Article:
The Molecular Respiratory and Equine Genetics Laboratory is directed by Susan Ewart, DVM, PhD, DACVIM. The overall goals of investigators in the laboratory are two-fold:

  1. To determine the molecular mechanisms of inherited diseases in the horse.
  2. To understand the genetic predisposition to respiratory tract diseases in all species.

To accomplish these goals, several diverse research projects are ongoing. One project focuses on the genetic mechanisms that predispose to asthma, a potentially fatal respiratory disease affecting humans and cats. The laboratory is studying mouse models of human asthma to identify candidate genes that underlie this disease. In a related project, the laboratory is developing molecular tools to use in the study of asthma in cats.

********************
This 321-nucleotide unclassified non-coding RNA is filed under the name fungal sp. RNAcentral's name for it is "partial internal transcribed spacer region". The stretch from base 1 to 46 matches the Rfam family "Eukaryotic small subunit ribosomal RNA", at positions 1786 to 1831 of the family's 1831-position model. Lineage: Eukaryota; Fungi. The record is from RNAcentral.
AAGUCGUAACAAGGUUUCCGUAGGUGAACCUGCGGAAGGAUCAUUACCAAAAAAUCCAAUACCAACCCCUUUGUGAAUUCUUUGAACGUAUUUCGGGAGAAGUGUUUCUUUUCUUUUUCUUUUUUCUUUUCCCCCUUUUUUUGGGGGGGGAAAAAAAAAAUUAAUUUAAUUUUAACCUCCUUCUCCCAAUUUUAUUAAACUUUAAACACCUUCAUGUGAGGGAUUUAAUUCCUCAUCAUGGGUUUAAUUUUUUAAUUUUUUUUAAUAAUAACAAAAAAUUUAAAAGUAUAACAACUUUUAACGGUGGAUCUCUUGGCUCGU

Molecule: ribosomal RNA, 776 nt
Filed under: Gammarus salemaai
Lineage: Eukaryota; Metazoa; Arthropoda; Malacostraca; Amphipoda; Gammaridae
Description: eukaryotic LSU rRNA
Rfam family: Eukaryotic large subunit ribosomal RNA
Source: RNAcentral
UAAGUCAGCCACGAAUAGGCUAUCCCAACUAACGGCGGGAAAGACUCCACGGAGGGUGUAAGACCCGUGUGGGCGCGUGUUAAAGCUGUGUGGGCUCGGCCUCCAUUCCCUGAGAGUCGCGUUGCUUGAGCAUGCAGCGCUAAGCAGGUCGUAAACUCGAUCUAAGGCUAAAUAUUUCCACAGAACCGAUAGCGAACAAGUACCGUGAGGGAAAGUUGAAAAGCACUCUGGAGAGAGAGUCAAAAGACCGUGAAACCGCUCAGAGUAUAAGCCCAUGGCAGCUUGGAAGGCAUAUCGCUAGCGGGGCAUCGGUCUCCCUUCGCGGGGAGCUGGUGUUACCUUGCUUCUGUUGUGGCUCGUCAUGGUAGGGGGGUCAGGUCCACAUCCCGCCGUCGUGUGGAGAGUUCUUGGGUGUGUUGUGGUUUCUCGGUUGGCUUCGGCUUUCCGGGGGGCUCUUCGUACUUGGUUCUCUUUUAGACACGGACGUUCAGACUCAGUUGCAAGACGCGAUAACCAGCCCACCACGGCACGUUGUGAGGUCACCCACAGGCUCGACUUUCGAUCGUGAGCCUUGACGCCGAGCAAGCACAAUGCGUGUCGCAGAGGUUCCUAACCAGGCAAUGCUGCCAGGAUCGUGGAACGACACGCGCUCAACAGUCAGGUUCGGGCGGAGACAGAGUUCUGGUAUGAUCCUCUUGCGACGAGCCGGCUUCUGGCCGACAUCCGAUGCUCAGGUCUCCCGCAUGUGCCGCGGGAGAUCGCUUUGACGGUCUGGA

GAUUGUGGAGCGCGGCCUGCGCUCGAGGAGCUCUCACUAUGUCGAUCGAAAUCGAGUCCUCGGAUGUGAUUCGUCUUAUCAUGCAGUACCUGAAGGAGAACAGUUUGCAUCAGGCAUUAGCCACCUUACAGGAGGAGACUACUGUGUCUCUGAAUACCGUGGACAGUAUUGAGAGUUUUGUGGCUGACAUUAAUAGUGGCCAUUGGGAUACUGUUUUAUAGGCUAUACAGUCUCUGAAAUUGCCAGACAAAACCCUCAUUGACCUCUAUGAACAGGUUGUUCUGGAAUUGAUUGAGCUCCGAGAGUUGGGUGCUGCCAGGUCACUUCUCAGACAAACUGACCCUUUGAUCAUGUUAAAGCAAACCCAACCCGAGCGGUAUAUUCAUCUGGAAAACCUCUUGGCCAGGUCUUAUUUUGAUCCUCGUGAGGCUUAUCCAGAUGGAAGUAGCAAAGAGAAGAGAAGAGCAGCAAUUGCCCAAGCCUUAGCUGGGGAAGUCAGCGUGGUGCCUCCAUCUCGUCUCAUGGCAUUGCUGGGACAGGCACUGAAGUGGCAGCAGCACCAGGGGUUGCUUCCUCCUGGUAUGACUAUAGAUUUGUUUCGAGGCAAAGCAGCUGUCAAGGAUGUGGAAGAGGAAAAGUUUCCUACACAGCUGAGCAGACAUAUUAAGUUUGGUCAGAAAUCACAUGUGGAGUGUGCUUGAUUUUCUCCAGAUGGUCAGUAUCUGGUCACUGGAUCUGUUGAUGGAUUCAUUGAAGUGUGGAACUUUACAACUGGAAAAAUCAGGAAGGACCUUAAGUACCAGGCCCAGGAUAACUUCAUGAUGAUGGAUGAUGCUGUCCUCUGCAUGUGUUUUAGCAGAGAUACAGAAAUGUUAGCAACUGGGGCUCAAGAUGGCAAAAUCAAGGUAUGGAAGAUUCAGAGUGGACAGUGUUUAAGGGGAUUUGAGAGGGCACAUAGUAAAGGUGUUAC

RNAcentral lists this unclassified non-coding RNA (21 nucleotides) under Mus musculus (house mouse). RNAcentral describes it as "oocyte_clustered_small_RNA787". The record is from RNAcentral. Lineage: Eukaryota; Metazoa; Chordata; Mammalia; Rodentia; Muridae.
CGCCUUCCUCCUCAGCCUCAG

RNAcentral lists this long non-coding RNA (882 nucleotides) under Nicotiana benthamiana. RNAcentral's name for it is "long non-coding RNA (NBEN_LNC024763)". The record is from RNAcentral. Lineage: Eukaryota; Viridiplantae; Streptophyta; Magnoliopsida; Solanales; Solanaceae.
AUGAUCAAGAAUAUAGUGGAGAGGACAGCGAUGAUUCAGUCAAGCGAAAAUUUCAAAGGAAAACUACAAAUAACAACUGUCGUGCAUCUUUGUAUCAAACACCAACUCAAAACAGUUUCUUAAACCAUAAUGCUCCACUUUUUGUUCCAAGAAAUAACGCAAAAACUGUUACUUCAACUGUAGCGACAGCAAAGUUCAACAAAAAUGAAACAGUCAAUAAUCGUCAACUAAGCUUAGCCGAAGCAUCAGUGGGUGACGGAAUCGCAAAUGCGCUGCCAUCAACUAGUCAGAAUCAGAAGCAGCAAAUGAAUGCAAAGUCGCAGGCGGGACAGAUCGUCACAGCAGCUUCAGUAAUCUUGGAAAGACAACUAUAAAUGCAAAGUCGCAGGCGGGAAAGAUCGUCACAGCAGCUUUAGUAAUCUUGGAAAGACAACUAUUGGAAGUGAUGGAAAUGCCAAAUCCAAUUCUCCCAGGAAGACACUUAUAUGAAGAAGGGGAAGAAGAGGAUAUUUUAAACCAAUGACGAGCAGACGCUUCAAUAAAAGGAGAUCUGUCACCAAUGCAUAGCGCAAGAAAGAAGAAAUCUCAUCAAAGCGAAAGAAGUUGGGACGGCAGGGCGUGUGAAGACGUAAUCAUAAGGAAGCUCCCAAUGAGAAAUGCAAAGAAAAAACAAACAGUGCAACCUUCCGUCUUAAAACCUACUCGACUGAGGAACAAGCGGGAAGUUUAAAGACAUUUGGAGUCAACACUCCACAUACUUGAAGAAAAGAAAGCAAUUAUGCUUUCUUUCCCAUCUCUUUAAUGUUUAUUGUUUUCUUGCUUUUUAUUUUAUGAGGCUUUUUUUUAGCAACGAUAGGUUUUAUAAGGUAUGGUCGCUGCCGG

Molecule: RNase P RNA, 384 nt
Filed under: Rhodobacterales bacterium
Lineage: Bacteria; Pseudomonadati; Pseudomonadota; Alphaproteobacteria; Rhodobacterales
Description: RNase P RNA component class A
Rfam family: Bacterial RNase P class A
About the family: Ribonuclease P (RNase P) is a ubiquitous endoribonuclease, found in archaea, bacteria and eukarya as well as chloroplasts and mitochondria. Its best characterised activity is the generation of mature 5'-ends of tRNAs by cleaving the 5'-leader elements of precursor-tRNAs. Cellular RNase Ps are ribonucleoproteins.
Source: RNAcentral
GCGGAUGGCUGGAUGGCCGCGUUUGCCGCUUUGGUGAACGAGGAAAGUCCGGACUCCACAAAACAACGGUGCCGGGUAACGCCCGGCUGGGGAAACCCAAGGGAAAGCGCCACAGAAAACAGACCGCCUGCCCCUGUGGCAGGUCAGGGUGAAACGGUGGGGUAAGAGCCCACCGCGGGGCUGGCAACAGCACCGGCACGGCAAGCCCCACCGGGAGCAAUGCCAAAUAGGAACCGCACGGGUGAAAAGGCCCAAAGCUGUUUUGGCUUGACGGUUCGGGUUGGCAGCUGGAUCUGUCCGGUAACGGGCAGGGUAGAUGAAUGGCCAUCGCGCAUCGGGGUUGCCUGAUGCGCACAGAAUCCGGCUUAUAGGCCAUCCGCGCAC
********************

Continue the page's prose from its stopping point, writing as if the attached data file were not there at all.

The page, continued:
Genetic mechanisms also underlie a variety of equine diseases. Anterior Segment Dysgenesis is an inherited eye disease in the horse that we recently described. The laboratory has characterized the inheritance of this disease and is currently pursuing identification of the causative gene and defect. In a related project, the laboratory is developing molecular tools for use in mapping various equine genetic traits.

The laboratory is located in the National Food Safety and Toxicology Center on the campus of Michigan State University. The laboratory occupies 650 square feet with an additional 800 square feet of shared laboratory space, and is fully equipped for molecular and genetic research studies.